Stiglich challenges fellow Republican Herger

Paul Boerger
Pete Stiglich, who is challenging Congressman Wally Herger for the Republican nomination to run for the House of Representatives in November, makes a point at a luncheon held May 7 at the Mount Shasta Resort. Stiglich promised to only serve six years and called for the deportation of illegal immigrants.

Pete Stiglich came to Mount Shasta Friday, May 7, making his case to unseat fellow Republican Congressman Wally Herger in the June 8 primary.

The event at the Mount Shasta Resort was sponsored by South Siskiyou Republican Women Federated.

Stiglich is making a bid to stop Herger in the primary and make it onto the November ballot as the Republican candidate for the Section District House seat.

Democrat Jim Reed of Fall River Mills is running unopposed in the June primary.

He laid out his positions including deportation of illegal immigrants, opposition to gay marriage, withdrawal from the United Nations, English as the country’s official language, serving only six years if elected, opposition to abortion, opposition to economic bailouts and no national health care. He said religion has an important part to play in America.

“I?believe in the role of God in American history,” Stiglich said. “There can be no denying it.”

Stiglich said he is a retired Air Force Colonel, a Catholic and hails from Cottonwood, where he owns a ranch.

“We have strayed away from the original intent of the founding fathers,” he said in supporting a balanced budget.

On schools Stiglich said, “The federal government should not be involved in the education process.”

On taxes, Stiglich supports doing away with the IRS and replacing it with a national sales tax. For balancing the budget, Stiglich suggested cutting department budgets and getting rid of waste.

“I will not vote for one penny more for the national debt,” Stiglich said. “There is an amazing amount of waste in the military and all departments of government.”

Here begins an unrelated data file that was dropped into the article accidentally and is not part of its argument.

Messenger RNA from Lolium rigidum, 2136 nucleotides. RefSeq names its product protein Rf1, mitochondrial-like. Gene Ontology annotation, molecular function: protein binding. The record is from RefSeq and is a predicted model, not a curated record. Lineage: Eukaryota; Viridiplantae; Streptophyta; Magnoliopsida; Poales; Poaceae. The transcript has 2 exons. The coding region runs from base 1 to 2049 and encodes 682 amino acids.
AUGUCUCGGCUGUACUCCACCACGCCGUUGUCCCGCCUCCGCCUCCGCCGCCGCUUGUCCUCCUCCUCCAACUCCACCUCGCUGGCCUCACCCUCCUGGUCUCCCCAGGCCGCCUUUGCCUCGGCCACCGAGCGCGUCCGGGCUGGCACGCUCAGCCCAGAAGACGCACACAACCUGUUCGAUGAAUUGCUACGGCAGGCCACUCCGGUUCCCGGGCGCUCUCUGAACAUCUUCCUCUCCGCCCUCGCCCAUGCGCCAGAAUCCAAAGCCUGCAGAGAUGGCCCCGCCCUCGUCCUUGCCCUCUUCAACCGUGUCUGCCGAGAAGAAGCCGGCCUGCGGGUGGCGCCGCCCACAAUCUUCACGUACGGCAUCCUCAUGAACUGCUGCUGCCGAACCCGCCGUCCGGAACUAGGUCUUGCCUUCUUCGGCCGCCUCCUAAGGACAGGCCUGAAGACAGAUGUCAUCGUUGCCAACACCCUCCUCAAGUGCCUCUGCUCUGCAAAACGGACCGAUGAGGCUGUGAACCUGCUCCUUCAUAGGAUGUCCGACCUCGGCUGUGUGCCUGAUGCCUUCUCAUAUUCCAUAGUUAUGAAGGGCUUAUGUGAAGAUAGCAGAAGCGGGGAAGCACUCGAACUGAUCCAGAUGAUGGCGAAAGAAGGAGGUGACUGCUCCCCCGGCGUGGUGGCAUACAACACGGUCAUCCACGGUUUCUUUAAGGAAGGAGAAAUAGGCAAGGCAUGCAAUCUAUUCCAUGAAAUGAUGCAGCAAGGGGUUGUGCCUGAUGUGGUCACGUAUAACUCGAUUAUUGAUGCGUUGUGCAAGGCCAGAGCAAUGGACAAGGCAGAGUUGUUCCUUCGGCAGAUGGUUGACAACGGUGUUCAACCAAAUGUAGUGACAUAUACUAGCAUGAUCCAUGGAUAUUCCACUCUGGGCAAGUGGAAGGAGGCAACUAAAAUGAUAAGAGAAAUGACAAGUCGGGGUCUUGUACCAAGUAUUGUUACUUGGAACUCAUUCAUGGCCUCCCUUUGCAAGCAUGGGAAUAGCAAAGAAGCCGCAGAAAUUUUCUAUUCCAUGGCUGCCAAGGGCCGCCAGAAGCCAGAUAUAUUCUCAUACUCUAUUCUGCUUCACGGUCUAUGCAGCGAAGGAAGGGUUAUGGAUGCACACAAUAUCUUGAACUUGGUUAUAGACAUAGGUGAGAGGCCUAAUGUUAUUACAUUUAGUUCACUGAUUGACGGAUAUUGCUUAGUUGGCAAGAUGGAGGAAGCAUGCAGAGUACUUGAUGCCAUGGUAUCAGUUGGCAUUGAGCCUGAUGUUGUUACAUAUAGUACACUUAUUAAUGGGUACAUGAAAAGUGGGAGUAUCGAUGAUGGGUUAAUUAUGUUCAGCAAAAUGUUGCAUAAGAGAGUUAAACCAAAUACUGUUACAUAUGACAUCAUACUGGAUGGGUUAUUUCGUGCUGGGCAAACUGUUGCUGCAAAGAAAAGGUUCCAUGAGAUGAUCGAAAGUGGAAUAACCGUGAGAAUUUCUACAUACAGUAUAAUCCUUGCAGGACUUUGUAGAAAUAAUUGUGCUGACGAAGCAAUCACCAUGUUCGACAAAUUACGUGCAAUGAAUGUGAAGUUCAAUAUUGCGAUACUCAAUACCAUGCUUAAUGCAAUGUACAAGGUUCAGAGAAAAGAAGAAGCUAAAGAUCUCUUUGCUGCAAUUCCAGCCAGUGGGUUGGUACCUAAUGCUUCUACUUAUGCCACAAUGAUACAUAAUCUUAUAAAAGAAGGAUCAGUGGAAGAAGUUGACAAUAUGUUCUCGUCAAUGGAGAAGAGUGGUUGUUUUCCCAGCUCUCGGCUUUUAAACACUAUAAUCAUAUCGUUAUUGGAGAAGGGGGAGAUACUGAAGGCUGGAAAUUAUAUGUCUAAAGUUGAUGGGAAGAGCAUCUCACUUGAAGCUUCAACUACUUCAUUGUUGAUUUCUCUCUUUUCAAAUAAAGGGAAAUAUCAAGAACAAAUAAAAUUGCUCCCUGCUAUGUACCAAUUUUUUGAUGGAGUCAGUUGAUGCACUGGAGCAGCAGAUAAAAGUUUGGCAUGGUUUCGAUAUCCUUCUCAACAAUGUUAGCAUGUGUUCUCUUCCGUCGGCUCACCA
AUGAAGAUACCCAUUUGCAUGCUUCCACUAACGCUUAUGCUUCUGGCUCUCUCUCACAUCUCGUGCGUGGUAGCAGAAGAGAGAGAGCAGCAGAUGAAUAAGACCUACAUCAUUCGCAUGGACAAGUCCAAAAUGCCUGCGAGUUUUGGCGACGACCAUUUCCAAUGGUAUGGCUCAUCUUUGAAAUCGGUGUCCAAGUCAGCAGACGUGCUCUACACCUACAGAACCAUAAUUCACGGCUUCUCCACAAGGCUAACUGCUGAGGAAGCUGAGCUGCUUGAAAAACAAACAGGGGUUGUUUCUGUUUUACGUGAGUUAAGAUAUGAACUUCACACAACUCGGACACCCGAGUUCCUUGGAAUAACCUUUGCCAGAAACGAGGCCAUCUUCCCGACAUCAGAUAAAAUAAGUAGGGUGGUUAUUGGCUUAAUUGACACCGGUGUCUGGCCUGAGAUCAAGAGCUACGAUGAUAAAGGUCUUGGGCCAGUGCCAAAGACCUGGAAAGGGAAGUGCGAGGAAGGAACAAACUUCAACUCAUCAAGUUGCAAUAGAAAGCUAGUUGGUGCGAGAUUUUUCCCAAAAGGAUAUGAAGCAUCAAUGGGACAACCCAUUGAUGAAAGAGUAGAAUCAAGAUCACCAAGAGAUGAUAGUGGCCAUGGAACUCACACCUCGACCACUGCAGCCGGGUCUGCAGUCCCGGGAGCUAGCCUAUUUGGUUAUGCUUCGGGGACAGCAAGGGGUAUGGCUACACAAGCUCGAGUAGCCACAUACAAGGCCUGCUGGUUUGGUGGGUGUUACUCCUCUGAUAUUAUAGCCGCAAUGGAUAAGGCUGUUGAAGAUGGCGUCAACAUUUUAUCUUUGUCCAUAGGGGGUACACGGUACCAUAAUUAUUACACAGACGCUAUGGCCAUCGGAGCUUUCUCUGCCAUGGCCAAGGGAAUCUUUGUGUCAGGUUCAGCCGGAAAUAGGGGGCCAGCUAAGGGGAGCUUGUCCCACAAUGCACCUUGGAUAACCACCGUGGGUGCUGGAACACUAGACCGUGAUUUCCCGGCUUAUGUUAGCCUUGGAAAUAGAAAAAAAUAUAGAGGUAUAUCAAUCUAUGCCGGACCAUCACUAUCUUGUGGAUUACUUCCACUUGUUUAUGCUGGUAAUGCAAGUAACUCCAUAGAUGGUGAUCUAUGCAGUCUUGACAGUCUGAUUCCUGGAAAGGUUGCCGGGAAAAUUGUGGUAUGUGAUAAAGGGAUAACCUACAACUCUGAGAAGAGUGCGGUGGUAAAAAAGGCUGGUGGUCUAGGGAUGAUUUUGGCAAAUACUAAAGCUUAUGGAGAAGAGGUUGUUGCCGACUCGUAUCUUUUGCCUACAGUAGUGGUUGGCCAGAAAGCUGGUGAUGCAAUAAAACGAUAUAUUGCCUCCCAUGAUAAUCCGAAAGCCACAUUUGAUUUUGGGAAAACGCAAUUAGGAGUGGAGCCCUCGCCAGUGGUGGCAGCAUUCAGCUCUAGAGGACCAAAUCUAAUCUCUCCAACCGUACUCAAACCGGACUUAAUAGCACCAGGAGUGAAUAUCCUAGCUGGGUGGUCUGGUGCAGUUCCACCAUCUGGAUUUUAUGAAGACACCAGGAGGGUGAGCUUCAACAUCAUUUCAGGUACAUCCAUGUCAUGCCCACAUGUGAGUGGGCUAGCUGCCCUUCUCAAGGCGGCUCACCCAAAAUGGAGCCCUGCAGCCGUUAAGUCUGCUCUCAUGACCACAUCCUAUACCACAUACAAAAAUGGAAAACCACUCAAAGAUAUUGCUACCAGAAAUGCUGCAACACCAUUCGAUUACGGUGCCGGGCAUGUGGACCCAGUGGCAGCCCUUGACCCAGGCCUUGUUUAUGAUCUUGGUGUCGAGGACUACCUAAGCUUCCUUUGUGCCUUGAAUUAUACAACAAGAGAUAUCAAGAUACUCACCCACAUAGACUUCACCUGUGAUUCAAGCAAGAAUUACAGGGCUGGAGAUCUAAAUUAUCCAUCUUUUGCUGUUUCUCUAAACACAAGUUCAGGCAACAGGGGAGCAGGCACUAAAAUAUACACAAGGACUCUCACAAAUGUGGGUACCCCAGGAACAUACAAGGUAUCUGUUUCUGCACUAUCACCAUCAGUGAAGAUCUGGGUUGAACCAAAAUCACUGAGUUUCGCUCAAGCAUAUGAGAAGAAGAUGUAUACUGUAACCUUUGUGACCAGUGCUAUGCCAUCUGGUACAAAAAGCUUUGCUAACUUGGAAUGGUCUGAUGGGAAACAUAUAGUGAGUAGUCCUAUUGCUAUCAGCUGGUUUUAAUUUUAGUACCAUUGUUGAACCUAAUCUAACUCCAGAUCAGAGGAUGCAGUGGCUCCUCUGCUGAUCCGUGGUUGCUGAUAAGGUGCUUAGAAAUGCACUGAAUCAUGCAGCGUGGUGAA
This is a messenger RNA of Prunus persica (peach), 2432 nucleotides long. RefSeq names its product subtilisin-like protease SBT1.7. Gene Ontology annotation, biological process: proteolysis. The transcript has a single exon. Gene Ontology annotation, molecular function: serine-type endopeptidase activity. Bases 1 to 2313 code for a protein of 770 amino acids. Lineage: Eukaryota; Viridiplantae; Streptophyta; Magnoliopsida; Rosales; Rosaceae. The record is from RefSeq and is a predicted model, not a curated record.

Defining how his positions differ from Herger’s, Stiglich said he would not have voted as Herger did for the senior Medicare prescription benefit and bailout funding, and he would not have supported a bill to provide legal status for illegal agriculture workers.

The record shows the following on Stiglich’s claims on Herger positions:

•?Herger is listed as a co-sponsor of an illegal worker bill along with 125 Congressmen from both parties. The record shows that the proposed 2003 bill, which would have granted limited legal status to a narrow range of agricultural workers, died in committee without ever coming to the House for a vote. Herger, however, is rated 100 percent by the US Border Control organization as  being a supporter of sealed borders;

•?Herger voted yes on the 2003 Medicare overhaul that included prescription drug benefits for seniors. President Bush signed the bill calling it a “a victory for America's seniors;” and

•?Herger voted yes on the initial $700 billion plan proposed by and subsequently signed by President Bush that bailed out failing financial institutions. Herger, however, voted no on virtually all subsequent bailout and economic recovery requests including additional anti-recession stimulus spending, modifying bankruptcy rules to avoid mortgage foreclosures, additional $825 billion for economic recovery package, bailout for GM and Chrysler, stimulus package for jobs, infrastructure and energy, revitalizing severely distressed public housing and regulating the subprime mortgage industry.

Stiglich said he believes that global warming claims and other environmental situations, such as the Delta smelt, are based on “bad science.”

Stiglich said he supports term limits for Congress and pledged to serve only six years.

“I don’t believe in career politicians,” he said.

For more information, visit his website at